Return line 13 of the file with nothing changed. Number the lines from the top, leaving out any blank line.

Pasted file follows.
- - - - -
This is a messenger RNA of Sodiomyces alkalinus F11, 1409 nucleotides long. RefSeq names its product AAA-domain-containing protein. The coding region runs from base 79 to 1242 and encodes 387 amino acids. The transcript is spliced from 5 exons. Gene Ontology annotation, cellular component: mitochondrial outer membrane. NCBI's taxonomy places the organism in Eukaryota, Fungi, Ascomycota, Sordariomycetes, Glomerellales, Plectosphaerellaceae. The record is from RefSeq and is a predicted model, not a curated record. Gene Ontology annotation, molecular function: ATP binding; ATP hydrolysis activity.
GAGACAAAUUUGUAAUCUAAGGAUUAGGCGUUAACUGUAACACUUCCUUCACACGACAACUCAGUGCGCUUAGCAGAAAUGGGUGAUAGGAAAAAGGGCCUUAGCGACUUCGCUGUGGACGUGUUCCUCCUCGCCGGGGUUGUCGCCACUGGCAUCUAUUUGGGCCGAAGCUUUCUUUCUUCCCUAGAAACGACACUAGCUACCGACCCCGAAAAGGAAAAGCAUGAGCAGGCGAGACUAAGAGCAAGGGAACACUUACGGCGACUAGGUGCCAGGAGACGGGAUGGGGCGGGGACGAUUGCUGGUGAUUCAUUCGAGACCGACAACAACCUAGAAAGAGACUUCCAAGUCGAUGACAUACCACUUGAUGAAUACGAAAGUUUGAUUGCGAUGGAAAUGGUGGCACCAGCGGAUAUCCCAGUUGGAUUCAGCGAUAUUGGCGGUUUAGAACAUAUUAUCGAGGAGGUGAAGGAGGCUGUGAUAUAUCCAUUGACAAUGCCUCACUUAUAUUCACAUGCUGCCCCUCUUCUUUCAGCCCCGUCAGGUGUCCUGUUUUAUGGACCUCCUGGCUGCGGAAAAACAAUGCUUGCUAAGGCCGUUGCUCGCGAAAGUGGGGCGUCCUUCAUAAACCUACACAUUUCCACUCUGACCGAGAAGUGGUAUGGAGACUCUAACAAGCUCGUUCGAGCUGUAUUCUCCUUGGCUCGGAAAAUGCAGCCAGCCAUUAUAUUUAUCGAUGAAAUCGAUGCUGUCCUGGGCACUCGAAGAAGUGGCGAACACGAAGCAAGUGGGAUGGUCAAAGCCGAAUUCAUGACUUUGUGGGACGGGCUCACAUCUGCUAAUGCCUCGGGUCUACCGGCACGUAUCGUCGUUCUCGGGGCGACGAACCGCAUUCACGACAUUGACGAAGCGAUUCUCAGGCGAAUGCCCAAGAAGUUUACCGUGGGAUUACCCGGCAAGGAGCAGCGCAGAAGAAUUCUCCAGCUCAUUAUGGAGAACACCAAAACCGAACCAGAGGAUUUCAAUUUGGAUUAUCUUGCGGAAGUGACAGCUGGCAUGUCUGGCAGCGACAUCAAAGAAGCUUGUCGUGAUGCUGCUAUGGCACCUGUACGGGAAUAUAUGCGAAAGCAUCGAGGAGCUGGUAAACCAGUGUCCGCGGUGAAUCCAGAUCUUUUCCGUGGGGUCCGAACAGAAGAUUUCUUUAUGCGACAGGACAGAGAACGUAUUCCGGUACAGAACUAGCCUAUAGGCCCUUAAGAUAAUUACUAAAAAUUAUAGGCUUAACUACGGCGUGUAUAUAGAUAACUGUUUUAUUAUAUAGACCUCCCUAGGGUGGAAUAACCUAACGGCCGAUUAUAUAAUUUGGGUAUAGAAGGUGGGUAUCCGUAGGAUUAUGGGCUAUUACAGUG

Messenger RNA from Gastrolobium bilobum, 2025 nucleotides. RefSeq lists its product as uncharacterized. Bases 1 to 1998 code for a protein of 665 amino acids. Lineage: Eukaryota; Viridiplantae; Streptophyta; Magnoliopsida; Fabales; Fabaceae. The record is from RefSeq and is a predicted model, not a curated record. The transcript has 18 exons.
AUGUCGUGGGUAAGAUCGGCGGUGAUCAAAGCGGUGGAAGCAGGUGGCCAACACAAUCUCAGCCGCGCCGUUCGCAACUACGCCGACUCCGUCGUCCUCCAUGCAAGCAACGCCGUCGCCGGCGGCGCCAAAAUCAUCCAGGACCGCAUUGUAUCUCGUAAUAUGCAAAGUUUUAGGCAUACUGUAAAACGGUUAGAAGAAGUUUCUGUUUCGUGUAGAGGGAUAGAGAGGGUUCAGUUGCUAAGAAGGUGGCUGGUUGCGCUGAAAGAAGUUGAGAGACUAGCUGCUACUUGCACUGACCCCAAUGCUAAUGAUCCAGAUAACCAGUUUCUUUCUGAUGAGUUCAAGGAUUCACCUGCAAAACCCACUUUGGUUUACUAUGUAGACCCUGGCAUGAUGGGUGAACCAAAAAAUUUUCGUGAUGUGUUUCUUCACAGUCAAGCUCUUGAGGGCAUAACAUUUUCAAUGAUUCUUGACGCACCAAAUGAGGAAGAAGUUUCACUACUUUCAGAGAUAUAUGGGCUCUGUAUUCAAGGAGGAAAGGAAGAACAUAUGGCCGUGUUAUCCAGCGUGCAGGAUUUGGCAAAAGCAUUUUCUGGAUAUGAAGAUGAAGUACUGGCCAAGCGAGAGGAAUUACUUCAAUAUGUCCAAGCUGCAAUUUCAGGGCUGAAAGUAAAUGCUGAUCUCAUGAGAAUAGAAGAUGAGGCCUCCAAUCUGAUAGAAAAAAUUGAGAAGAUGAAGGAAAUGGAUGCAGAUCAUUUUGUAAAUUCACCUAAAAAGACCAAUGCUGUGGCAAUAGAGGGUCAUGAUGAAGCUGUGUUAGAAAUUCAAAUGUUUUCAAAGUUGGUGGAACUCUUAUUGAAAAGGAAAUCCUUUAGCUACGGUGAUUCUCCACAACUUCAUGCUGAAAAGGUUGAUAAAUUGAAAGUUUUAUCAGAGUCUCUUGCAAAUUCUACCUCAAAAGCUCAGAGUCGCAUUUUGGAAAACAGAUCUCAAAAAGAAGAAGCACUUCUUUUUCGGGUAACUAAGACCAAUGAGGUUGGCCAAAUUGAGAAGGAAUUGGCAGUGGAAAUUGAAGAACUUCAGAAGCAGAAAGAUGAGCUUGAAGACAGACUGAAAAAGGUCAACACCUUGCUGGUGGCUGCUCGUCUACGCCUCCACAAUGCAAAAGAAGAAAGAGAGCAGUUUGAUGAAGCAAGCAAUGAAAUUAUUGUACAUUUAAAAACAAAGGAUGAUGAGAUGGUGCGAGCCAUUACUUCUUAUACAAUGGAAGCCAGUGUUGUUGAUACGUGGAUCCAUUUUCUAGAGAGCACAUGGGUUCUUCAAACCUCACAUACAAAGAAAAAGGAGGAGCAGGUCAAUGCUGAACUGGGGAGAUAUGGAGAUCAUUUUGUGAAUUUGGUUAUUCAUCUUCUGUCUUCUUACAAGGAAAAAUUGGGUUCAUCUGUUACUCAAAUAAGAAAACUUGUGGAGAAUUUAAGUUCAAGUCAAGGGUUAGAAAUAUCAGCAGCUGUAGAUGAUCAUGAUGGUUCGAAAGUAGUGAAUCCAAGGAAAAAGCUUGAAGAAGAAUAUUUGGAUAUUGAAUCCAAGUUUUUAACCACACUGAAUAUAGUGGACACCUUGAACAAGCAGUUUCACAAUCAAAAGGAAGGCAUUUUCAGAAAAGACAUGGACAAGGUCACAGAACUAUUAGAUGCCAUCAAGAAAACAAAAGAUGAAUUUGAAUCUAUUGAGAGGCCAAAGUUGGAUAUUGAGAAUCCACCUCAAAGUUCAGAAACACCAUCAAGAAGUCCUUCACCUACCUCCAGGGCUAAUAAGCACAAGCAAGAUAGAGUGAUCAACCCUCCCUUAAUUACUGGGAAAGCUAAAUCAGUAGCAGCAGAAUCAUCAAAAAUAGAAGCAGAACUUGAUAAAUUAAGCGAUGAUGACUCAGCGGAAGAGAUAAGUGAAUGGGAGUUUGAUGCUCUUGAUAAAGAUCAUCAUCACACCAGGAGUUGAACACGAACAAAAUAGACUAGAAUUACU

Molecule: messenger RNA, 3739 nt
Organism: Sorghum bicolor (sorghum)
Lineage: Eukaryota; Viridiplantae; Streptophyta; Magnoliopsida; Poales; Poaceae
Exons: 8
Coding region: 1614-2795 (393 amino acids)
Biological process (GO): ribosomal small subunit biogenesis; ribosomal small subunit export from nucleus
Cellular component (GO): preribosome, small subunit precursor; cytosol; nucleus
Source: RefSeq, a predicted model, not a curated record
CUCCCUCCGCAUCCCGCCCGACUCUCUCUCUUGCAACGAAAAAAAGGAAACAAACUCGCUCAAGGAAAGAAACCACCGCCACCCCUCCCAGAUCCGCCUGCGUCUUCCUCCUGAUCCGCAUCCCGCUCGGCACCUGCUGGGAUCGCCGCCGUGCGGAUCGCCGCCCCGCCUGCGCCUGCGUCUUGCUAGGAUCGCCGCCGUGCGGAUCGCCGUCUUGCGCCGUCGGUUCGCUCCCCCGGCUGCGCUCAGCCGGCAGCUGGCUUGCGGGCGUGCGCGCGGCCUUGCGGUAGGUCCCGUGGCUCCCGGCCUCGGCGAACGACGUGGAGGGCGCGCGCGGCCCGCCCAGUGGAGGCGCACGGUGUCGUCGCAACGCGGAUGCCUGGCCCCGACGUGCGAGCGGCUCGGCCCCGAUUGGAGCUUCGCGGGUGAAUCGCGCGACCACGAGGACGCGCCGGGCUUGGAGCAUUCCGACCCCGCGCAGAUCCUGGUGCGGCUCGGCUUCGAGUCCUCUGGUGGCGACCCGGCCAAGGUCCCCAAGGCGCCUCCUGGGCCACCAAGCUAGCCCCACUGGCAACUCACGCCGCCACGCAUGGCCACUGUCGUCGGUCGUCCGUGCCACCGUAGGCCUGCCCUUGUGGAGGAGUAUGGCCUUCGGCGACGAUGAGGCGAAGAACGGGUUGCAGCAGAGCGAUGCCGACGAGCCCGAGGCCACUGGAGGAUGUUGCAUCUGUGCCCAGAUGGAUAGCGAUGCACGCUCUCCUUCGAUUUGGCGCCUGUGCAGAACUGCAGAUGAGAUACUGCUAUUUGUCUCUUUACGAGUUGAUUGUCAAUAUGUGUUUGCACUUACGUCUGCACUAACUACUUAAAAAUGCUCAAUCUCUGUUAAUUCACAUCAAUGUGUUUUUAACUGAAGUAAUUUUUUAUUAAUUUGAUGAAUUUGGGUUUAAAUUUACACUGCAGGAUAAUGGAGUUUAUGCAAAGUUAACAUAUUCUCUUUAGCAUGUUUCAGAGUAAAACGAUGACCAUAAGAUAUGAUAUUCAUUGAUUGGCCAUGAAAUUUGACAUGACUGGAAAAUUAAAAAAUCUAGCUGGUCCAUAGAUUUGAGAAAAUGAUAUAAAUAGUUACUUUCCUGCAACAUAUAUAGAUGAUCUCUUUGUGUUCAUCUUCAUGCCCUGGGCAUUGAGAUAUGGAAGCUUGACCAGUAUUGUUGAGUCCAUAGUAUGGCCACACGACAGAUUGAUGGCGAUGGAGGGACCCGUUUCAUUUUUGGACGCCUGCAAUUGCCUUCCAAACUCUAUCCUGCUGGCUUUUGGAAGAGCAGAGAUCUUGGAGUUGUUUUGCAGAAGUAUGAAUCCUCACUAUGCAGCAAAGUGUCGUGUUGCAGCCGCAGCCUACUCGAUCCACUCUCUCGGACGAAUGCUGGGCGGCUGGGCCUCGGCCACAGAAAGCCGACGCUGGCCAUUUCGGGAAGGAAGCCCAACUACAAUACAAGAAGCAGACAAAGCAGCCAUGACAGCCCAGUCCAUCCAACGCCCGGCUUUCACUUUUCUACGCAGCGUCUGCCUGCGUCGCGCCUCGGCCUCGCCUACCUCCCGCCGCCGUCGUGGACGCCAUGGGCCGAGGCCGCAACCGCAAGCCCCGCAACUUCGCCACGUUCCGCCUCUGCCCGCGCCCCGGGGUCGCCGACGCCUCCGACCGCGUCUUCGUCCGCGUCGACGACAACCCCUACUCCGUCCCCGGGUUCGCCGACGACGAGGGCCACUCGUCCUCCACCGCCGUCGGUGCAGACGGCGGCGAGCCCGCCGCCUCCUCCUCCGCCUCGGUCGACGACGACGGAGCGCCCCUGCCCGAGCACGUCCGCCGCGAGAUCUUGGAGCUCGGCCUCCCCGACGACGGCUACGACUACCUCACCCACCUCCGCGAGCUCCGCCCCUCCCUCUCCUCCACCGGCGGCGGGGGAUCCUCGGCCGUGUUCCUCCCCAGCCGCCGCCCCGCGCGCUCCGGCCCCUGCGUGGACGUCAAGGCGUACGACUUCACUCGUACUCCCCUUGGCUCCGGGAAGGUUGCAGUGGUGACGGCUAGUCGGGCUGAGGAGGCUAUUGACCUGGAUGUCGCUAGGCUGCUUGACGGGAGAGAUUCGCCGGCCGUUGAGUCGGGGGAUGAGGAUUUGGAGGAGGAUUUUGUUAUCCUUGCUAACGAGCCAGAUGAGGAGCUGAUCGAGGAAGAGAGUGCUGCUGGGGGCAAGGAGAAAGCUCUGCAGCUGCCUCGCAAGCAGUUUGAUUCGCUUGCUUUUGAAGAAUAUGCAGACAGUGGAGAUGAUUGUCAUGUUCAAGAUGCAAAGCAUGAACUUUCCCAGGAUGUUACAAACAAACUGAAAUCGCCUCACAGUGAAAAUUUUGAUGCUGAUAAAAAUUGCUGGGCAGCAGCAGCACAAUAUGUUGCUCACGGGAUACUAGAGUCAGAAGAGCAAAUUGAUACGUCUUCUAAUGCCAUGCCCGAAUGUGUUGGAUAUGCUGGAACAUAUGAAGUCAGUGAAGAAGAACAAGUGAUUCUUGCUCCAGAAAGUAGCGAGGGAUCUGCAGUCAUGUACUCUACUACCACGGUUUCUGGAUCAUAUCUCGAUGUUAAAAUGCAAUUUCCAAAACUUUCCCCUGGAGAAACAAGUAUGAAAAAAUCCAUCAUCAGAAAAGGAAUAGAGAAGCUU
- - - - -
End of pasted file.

CUCCCUCCGCAUCCCGCCCGACUCUCUCUCUUGCAACGAAAAAAAGGAAACAAACUCGCUCAAGGAAAGAAACCACCGCCACCCCUCCCAGAUCCGCCUGCGUCUUCCUCCUGAUCCGCAUCCCGCUCGGCACCUGCUGGGAUCGCCGCCGUGCGGAUCGCCGCCCCGCCUGCGCCUGCGUCUUGCUAGGAUCGCCGCCGUGCGGAUCGCCGUCUUGCGCCGUCGGUUCGCUCCCCCGGCUGCGCUCAGCCGGCAGCUGGCUUGCGGGCGUGCGCGCGGCCUUGCGGUAGGUCCCGUGGCUCCCGGCCUCGGCGAACGACGUGGAGGGCGCGCGCGGCCCGCCCAGUGGAGGCGCACGGUGUCGUCGCAACGCGGAUGCCUGGCCCCGACGUGCGAGCGGCUCGGCCCCGAUUGGAGCUUCGCGGGUGAAUCGCGCGACCACGAGGACGCGCCGGGCUUGGAGCAUUCCGACCCCGCGCAGAUCCUGGUGCGGCUCGGCUUCGAGUCCUCUGGUGGCGACCCGGCCAAGGUCCCCAAGGCGCCUCCUGGGCCACCAAGCUAGCCCCACUGGCAACUCACGCCGCCACGCAUGGCCACUGUCGUCGGUCGUCCGUGCCACCGUAGGCCUGCCCUUGUGGAGGAGUAUGGCCUUCGGCGACGAUGAGGCGAAGAACGGGUUGCAGCAGAGCGAUGCCGACGAGCCCGAGGCCACUGGAGGAUGUUGCAUCUGUGCCCAGAUGGAUAGCGAUGCACGCUCUCCUUCGAUUUGGCGCCUGUGCAGAACUGCAGAUGAGAUACUGCUAUUUGUCUCUUUACGAGUUGAUUGUCAAUAUGUGUUUGCACUUACGUCUGCACUAACUACUUAAAAAUGCUCAAUCUCUGUUAAUUCACAUCAAUGUGUUUUUAACUGAAGUAAUUUUUUAUUAAUUUGAUGAAUUUGGGUUUAAAUUUACACUGCAGGAUAAUGGAGUUUAUGCAAAGUUAACAUAUUCUCUUUAGCAUGUUUCAGAGUAAAACGAUGACCAUAAGAUAUGAUAUUCAUUGAUUGGCCAUGAAAUUUGACAUGACUGGAAAAUUAAAAAAUCUAGCUGGUCCAUAGAUUUGAGAAAAUGAUAUAAAUAGUUACUUUCCUGCAACAUAUAUAGAUGAUCUCUUUGUGUUCAUCUUCAUGCCCUGGGCAUUGAGAUAUGGAAGCUUGACCAGUAUUGUUGAGUCCAUAGUAUGGCCACACGACAGAUUGAUGGCGAUGGAGGGACCCGUUUCAUUUUUGGACGCCUGCAAUUGCCUUCCAAACUCUAUCCUGCUGGCUUUUGGAAGAGCAGAGAUCUUGGAGUUGUUUUGCAGAAGUAUGAAUCCUCACUAUGCAGCAAAGUGUCGUGUUGCAGCCGCAGCCUACUCGAUCCACUCUCUCGGACGAAUGCUGGGCGGCUGGGCCUCGGCCACAGAAAGCCGACGCUGGCCAUUUCGGGAAGGAAGCCCAACUACAAUACAAGAAGCAGACAAAGCAGCCAUGACAGCCCAGUCCAUCCAACGCCCGGCUUUCACUUUUCUACGCAGCGUCUGCCUGCGUCGCGCCUCGGCCUCGCCUACCUCCCGCCGCCGUCGUGGACGCCAUGGGCCGAGGCCGCAACCGCAAGCCCCGCAACUUCGCCACGUUCCGCCUCUGCCCGCGCCCCGGGGUCGCCGACGCCUCCGACCGCGUCUUCGUCCGCGUCGACGACAACCCCUACUCCGUCCCCGGGUUCGCCGACGACGAGGGCCACUCGUCCUCCACCGCCGUCGGUGCAGACGGCGGCGAGCCCGCCGCCUCCUCCUCCGCCUCGGUCGACGACGACGGAGCGCCCCUGCCCGAGCACGUCCGCCGCGAGAUCUUGGAGCUCGGCCUCCCCGACGACGGCUACGACUACCUCACCCACCUCCGCGAGCUCCGCCCCUCCCUCUCCUCCACCGGCGGCGGGGGAUCCUCGGCCGUGUUCCUCCCCAGCCGCCGCCCCGCGCGCUCCGGCCCCUGCGUGGACGUCAAGGCGUACGACUUCACUCGUACUCCCCUUGGCUCCGGGAAGGUUGCAGUGGUGACGGCUAGUCGGGCUGAGGAGGCUAUUGACCUGGAUGUCGCUAGGCUGCUUGACGGGAGAGAUUCGCCGGCCGUUGAGUCGGGGGAUGAGGAUUUGGAGGAGGAUUUUGUUAUCCUUGCUAACGAGCCAGAUGAGGAGCUGAUCGAGGAAGAGAGUGCUGCUGGGGGCAAGGAGAAAGCUCUGCAGCUGCCUCGCAAGCAGUUUGAUUCGCUUGCUUUUGAAGAAUAUGCAGACAGUGGAGAUGAUUGUCAUGUUCAAGAUGCAAAGCAUGAACUUUCCCAGGAUGUUACAAACAAACUGAAAUCGCCUCACAGUGAAAAUUUUGAUGCUGAUAAAAAUUGCUGGGCAGCAGCAGCACAAUAUGUUGCUCACGGGAUACUAGAGUCAGAAGAGCAAAUUGAUACGUCUUCUAAUGCCAUGCCCGAAUGUGUUGGAUAUGCUGGAACAUAUGAAGUCAGUGAAGAAGAACAAGUGAUUCUUGCUCCAGAAAGUAGCGAGGGAUCUGCAGUCAUGUACUCUACUACCACGGUUUCUGGAUCAUAUCUCGAUGUUAAAAUGCAAUUUCCAAAACUUUCCCCUGGAGAAACAAGUAUGAAAAAAUCCAUCAUCAGAAAAGGAAUAGAGAAGCUU